IBM has announced that it is joining the OpenOffice.org development community, with an initial involvement concerning code contributions it has been developing as part of its Lotus Notes product. The code includes accessibility enhancements, and IBM is expected to make ongoing contributions to the feature richness and code quality of OpenOffice.org. As an aside, IBM has also declared that it will leverage OpenOffice.org technology in its own product line.
Since the project's creation by Sun Microsystems in 2000, nearly 100 million have downloaded the product; and thousands contribute to it. As an international team of volunteer and sponsored contributors, the OpenOffice.org community has created what is widely regarded as the most important open-source project in the world today. The OpenOffice.org community acknowledges generous sponsorship from a number of companies, including Sun Microsystems, the founder and primary contributor. The suite contains word processing, spreadsheet, presentation, drawing, database, and other modules; it uses the ODF as its native file format as well as fully supporting other common file formats (including Microsoft Office).
The software runs on all major platforms, including Windows, Vista, Linux, Solaris, Mac OS X, and is available in over 100 languages. OpenOffice.org is fully interoperable with other popular suites and may be used free of charge for any purpose, private or commercial; the license is LGPL.
"IBM is very pleased to be joining the OpenOffice.org community" Mike Rhodin, General Manager of IBM's Lotus division told DaniWeb " We are very optimistic that IBM's contribution of technology and engineering resources will provide tangible benefits to the community membership and to users of OpenOffice.org technology around the world. We're particularly pleased to be teaming with the community to accelerate the rate of innovation in the office productivity marketplace."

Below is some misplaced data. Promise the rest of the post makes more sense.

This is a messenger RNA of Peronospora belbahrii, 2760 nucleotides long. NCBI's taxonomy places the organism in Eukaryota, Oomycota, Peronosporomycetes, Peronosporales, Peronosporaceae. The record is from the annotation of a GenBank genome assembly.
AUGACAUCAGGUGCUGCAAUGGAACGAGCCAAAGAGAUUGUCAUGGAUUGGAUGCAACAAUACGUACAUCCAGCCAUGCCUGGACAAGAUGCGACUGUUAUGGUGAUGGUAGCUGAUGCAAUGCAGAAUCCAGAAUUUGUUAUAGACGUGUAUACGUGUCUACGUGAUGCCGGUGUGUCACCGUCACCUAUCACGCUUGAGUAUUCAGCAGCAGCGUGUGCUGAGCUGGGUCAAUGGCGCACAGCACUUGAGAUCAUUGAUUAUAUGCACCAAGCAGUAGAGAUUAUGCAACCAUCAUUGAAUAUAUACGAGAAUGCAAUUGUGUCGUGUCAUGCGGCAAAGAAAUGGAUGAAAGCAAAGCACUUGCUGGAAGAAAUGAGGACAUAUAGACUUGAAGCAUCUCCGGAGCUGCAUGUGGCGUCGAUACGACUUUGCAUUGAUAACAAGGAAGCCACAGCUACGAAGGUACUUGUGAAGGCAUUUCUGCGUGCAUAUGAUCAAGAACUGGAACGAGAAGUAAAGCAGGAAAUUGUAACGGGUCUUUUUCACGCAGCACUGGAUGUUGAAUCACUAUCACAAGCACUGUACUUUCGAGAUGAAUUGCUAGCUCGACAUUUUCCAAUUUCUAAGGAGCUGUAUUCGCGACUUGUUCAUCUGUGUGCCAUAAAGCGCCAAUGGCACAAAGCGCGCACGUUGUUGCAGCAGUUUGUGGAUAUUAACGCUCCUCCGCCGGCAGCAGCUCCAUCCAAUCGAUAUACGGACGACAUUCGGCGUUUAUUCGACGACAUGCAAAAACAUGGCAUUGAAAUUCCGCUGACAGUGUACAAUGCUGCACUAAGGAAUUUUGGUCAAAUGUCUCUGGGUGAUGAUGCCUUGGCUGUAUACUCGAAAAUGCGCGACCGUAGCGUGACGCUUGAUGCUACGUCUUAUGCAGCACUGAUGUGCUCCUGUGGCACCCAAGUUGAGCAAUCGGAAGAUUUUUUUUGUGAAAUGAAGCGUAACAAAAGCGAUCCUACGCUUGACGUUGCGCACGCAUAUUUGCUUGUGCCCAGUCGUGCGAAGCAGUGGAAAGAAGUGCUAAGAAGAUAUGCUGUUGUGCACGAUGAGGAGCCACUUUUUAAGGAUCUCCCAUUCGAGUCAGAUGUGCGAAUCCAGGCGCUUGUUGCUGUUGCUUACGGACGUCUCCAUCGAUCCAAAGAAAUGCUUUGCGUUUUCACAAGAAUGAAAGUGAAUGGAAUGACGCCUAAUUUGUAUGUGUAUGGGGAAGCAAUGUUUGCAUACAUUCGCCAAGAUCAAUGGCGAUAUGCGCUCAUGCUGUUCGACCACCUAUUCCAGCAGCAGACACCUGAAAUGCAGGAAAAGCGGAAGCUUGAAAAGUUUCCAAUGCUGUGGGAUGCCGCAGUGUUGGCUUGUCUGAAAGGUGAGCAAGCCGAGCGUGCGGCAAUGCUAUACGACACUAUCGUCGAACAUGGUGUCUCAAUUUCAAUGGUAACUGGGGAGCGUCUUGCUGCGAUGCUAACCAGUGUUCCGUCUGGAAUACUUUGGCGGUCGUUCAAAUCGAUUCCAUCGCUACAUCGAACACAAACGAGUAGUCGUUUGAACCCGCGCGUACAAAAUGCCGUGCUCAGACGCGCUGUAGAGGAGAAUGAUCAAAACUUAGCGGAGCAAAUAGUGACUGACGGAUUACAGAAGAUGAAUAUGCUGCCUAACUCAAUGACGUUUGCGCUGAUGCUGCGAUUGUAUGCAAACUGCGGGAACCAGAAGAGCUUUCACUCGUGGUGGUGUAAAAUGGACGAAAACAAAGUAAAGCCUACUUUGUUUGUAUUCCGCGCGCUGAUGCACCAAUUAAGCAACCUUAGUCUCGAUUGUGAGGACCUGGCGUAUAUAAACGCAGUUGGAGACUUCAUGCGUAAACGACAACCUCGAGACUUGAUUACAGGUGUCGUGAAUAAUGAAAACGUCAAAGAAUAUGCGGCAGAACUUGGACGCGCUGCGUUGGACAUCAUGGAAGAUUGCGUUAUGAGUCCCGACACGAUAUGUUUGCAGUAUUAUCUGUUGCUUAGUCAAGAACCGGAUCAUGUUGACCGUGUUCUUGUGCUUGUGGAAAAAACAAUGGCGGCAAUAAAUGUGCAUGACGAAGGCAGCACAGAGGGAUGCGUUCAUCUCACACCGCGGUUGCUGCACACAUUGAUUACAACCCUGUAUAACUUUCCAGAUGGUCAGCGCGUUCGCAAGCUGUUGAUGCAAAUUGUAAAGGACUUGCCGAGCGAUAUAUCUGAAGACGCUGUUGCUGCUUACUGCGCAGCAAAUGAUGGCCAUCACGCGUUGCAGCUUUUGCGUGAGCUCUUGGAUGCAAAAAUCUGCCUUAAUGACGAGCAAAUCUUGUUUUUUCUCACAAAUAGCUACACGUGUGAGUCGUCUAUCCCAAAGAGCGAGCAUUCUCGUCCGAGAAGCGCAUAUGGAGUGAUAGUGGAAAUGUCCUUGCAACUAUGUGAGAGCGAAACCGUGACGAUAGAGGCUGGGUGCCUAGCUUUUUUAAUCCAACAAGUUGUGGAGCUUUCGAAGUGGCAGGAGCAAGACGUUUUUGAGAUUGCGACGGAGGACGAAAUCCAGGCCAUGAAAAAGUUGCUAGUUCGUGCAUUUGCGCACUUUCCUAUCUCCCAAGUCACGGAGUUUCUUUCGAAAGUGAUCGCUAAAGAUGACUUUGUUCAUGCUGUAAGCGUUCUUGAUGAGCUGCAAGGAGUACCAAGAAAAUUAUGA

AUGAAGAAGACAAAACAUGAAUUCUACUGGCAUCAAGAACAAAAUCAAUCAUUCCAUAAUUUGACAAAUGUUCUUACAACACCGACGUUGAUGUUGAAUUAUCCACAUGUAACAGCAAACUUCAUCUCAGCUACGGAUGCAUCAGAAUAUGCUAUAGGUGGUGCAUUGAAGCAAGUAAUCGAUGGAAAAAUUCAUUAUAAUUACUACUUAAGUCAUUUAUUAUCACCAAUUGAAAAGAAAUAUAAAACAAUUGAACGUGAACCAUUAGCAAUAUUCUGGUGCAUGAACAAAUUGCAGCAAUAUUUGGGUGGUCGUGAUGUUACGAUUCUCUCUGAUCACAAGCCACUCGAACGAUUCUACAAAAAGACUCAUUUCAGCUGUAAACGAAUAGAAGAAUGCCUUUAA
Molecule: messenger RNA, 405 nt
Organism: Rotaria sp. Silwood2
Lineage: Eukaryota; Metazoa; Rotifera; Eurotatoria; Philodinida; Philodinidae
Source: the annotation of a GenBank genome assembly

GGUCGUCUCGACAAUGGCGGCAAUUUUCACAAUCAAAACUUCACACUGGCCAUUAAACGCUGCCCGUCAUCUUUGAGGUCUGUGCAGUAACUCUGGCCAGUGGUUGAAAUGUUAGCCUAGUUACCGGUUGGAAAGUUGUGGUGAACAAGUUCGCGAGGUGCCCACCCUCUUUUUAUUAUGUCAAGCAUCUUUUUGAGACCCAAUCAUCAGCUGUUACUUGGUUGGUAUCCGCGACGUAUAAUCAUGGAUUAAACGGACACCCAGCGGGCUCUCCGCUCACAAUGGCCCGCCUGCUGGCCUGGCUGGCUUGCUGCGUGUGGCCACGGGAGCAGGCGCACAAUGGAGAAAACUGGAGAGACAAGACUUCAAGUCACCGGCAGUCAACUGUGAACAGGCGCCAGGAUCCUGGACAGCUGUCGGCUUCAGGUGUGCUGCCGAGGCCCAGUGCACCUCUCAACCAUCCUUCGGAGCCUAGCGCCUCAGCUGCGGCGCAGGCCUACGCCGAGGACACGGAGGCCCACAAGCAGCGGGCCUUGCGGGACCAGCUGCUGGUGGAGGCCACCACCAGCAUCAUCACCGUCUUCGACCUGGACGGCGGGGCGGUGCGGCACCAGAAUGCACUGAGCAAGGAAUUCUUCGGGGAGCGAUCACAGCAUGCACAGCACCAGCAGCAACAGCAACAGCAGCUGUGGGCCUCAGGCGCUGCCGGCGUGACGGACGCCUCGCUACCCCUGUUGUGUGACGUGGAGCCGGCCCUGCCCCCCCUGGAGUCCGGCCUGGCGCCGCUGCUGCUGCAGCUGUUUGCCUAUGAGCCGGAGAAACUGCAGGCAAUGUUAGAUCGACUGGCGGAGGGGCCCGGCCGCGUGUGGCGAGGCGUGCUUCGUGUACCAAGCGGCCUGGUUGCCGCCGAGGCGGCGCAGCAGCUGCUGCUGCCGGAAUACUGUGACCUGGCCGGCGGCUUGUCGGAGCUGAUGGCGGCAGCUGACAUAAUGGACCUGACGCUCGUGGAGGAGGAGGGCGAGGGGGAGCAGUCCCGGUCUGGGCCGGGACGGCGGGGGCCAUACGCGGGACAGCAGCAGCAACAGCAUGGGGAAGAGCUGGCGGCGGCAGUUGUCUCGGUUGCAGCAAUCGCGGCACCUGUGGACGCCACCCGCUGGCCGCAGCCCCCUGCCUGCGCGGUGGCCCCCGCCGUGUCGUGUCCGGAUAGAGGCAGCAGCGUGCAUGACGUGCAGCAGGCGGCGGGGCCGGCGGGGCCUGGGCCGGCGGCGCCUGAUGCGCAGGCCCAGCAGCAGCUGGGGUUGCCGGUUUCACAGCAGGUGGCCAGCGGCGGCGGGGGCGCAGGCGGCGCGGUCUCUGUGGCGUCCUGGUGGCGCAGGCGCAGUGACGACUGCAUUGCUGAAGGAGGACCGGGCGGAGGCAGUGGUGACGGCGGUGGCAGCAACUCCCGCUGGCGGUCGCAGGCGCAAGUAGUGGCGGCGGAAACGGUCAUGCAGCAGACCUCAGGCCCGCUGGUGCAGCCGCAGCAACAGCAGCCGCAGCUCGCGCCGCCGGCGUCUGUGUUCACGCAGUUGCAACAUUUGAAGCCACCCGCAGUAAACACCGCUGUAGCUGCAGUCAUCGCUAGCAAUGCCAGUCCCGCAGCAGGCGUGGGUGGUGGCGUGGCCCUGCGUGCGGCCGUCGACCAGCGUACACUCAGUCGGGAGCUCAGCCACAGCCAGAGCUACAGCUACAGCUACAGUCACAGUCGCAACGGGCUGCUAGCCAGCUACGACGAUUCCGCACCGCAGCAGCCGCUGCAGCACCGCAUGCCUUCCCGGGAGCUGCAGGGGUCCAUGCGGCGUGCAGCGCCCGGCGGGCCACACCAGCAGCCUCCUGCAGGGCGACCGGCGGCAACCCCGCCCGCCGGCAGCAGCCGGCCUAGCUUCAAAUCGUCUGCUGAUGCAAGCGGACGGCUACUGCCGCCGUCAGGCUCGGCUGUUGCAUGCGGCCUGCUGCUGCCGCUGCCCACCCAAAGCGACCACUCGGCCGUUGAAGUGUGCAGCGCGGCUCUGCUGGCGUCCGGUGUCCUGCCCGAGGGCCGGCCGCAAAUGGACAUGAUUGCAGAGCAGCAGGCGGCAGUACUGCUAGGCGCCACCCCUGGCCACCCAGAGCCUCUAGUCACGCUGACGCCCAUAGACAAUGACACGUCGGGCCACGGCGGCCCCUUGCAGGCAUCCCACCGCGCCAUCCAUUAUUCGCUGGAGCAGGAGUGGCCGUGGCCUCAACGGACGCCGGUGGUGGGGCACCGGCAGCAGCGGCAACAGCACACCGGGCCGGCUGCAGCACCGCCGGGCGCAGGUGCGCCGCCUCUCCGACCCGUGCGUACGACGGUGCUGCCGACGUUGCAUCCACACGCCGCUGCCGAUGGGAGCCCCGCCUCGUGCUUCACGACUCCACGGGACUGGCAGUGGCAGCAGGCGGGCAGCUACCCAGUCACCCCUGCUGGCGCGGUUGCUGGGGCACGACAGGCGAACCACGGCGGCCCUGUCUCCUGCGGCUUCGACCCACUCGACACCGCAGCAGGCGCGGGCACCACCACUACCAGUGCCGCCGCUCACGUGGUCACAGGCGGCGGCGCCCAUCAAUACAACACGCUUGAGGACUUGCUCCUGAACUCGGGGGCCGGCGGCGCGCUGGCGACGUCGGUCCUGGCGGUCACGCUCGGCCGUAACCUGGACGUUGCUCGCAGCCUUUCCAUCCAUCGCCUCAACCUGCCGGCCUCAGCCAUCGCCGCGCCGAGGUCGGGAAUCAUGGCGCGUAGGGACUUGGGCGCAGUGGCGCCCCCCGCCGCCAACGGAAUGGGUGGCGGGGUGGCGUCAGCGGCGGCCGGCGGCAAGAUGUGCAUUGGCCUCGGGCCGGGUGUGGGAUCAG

"We look forward to working with IBM and the other members of OpenOffice.org to ensure that this momentum continues" said Rich Green, Executive Vice President, Software at Sun Microsystems, Inc. Green also invited others to join the community and participate in building an OpenOffice.org and ODF future.
One who has already joined the gang is Mark Shuttleworth, the founder of Ubuntu with which OpenOffice.org is distributed. He could hardly contain his enthusiasm telling us "We are excited about IBM joining Sun and other contributors to the OpenOffice.org community in pushing development of OpenOffice.org and the OpenDocument Format. We are firmly committed to help set, drive and promote open standards like the ODF world-wide to free all users from any dependency on single vendors and proprietary software. The OpenOffice.org community is showing that it is possible for large, competing companies to collaborate and deliver extraordinary value to all of their users."
Scott Crenshaw, Red Hat's Vice President of Enterprise Linux, agreed: "IBM continues to show their commitment to the proliferation of open-source software and we applaud them on joining the OpenOffice.org community. We look forward to continuing our strong relationship with IBM as we work toward a common goal of bringing value to our customers and fostering the adoption of open standards and ODF."